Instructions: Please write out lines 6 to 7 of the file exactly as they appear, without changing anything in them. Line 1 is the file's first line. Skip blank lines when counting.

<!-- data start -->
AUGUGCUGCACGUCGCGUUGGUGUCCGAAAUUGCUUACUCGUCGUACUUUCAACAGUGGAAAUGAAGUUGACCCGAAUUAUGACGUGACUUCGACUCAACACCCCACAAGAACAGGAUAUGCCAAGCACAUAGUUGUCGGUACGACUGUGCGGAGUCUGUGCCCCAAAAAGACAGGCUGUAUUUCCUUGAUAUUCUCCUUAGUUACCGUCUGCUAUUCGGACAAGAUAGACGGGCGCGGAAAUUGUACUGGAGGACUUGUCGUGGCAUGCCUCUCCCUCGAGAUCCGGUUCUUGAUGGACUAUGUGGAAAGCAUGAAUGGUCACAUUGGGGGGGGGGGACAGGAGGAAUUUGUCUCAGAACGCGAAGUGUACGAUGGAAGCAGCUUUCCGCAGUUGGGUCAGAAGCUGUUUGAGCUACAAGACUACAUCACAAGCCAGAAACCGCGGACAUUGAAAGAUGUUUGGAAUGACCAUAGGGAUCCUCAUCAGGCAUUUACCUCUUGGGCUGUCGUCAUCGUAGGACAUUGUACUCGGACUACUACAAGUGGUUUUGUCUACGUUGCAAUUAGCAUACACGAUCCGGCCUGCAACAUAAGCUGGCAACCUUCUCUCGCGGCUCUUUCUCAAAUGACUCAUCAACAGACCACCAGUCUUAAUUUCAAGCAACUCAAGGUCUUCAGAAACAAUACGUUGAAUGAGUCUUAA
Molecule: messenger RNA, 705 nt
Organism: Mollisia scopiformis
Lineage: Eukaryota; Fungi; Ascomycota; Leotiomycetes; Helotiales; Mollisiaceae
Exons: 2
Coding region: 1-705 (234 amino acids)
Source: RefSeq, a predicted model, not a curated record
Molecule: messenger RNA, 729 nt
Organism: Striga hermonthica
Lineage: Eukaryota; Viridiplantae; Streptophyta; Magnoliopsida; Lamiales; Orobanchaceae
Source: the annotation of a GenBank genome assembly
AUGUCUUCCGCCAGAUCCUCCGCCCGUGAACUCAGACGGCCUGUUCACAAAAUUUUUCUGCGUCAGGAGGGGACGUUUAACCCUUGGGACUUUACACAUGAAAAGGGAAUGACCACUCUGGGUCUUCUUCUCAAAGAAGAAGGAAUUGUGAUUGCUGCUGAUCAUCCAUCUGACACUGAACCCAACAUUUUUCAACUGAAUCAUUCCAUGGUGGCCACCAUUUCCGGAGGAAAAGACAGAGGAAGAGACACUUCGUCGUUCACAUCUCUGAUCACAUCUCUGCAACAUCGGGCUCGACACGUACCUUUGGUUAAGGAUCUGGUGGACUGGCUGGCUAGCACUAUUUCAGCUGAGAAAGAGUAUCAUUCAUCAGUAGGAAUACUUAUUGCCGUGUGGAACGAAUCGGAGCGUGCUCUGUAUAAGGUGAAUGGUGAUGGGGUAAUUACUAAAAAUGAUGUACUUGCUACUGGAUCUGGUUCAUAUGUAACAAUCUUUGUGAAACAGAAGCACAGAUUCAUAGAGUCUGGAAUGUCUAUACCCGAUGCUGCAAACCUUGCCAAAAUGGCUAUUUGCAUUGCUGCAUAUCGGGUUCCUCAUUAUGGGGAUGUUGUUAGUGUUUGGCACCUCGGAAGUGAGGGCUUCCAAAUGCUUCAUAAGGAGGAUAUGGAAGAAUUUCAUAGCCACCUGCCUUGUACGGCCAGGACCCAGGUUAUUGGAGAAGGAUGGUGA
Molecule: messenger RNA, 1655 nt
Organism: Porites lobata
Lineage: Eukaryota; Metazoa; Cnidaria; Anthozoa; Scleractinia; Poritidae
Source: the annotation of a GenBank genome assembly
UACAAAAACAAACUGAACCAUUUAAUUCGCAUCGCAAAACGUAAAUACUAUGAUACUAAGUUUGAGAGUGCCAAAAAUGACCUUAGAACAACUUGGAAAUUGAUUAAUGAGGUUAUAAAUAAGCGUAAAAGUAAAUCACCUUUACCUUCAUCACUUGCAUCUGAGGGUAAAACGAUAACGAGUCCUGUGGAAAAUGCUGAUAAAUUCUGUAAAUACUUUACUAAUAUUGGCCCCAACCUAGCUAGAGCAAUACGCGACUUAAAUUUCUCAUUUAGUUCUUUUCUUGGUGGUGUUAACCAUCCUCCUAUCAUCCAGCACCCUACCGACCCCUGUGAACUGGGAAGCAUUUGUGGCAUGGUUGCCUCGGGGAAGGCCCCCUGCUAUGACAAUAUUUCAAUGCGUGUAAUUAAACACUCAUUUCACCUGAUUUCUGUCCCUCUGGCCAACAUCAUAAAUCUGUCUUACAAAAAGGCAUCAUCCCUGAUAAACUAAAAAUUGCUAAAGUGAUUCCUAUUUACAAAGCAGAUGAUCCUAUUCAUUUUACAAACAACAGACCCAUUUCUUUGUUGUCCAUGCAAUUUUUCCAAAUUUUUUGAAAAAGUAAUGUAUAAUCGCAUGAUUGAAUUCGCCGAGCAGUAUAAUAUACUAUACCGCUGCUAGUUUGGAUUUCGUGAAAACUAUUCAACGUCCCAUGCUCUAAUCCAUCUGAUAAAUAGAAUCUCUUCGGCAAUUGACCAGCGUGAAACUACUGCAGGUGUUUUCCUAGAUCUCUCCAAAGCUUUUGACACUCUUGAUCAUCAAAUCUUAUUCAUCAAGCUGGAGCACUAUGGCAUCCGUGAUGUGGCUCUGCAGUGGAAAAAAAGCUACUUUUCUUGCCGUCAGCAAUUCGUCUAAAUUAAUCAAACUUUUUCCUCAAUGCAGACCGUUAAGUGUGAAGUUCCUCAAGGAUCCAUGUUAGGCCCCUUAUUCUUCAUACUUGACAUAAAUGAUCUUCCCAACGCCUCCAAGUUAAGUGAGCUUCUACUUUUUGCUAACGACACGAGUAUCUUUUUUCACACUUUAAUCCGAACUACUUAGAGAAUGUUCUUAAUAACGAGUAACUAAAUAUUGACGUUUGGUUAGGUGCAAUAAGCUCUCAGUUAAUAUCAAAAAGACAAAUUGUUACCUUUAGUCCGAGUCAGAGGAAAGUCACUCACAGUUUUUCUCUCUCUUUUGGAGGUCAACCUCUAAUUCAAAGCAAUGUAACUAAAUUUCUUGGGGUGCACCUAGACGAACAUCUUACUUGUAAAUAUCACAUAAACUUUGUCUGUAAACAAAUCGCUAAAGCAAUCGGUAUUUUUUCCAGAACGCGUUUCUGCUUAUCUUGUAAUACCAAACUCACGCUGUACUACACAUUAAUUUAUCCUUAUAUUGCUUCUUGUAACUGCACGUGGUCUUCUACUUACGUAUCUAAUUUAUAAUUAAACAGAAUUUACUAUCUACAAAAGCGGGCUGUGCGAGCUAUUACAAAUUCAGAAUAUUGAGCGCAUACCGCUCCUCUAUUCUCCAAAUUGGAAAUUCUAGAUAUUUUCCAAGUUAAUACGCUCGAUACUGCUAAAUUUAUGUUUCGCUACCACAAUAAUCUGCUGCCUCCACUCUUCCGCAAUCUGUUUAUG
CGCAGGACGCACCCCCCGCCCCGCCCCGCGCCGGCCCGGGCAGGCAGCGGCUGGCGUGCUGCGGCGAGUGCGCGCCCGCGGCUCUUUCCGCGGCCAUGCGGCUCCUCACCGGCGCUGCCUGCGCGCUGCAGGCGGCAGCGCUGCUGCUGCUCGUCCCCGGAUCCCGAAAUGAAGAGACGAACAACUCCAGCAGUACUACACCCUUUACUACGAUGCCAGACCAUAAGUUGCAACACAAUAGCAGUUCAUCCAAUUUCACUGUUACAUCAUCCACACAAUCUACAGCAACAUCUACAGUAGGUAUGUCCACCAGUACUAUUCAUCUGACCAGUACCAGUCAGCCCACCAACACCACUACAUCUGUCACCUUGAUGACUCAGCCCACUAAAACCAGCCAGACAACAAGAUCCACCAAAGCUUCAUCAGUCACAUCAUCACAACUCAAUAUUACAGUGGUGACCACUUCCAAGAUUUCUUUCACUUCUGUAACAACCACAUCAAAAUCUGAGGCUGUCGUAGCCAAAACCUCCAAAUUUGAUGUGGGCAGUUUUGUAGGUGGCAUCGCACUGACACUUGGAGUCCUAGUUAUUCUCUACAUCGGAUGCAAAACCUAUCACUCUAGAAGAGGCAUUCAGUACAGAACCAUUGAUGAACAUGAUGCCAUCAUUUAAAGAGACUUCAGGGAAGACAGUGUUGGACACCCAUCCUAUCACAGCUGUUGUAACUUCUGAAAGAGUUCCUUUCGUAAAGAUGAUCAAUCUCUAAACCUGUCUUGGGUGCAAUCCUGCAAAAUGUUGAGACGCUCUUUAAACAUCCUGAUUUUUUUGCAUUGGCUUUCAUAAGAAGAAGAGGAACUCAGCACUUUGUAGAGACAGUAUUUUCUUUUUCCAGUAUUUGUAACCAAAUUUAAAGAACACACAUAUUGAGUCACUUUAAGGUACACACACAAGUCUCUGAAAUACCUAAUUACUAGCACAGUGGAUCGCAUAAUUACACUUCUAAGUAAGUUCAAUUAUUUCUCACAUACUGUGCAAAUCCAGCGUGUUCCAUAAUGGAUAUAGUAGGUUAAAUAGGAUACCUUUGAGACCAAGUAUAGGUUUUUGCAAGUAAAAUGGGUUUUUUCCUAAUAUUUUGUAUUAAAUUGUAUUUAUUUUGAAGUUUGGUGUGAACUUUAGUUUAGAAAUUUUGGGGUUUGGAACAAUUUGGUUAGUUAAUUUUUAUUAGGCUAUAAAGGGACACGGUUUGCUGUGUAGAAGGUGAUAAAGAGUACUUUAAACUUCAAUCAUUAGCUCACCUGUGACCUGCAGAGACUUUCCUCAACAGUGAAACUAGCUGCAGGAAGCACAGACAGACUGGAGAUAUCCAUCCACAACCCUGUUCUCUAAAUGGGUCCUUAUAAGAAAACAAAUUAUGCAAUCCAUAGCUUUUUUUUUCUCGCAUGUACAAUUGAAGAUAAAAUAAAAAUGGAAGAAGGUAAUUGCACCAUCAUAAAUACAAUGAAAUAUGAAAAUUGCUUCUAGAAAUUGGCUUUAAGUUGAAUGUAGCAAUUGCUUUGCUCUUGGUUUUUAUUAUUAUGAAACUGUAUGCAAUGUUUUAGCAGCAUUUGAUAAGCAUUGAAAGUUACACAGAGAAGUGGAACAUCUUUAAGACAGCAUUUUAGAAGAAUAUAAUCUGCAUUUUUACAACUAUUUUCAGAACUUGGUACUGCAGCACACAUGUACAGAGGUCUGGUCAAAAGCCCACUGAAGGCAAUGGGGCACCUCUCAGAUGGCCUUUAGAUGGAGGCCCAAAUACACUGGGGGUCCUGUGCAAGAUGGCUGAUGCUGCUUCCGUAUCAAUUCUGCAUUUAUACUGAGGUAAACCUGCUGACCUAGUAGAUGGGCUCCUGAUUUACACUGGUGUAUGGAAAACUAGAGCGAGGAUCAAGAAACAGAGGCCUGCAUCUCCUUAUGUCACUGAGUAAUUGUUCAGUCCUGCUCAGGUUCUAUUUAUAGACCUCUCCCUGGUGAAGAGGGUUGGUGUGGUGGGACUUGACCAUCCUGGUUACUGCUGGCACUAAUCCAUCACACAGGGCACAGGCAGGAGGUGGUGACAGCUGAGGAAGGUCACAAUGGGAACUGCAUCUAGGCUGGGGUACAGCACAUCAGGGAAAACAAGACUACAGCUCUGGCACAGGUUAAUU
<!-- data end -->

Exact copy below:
Coding region: 1-705 (234 amino acids)
Source: RefSeq, a predicted model, not a curated record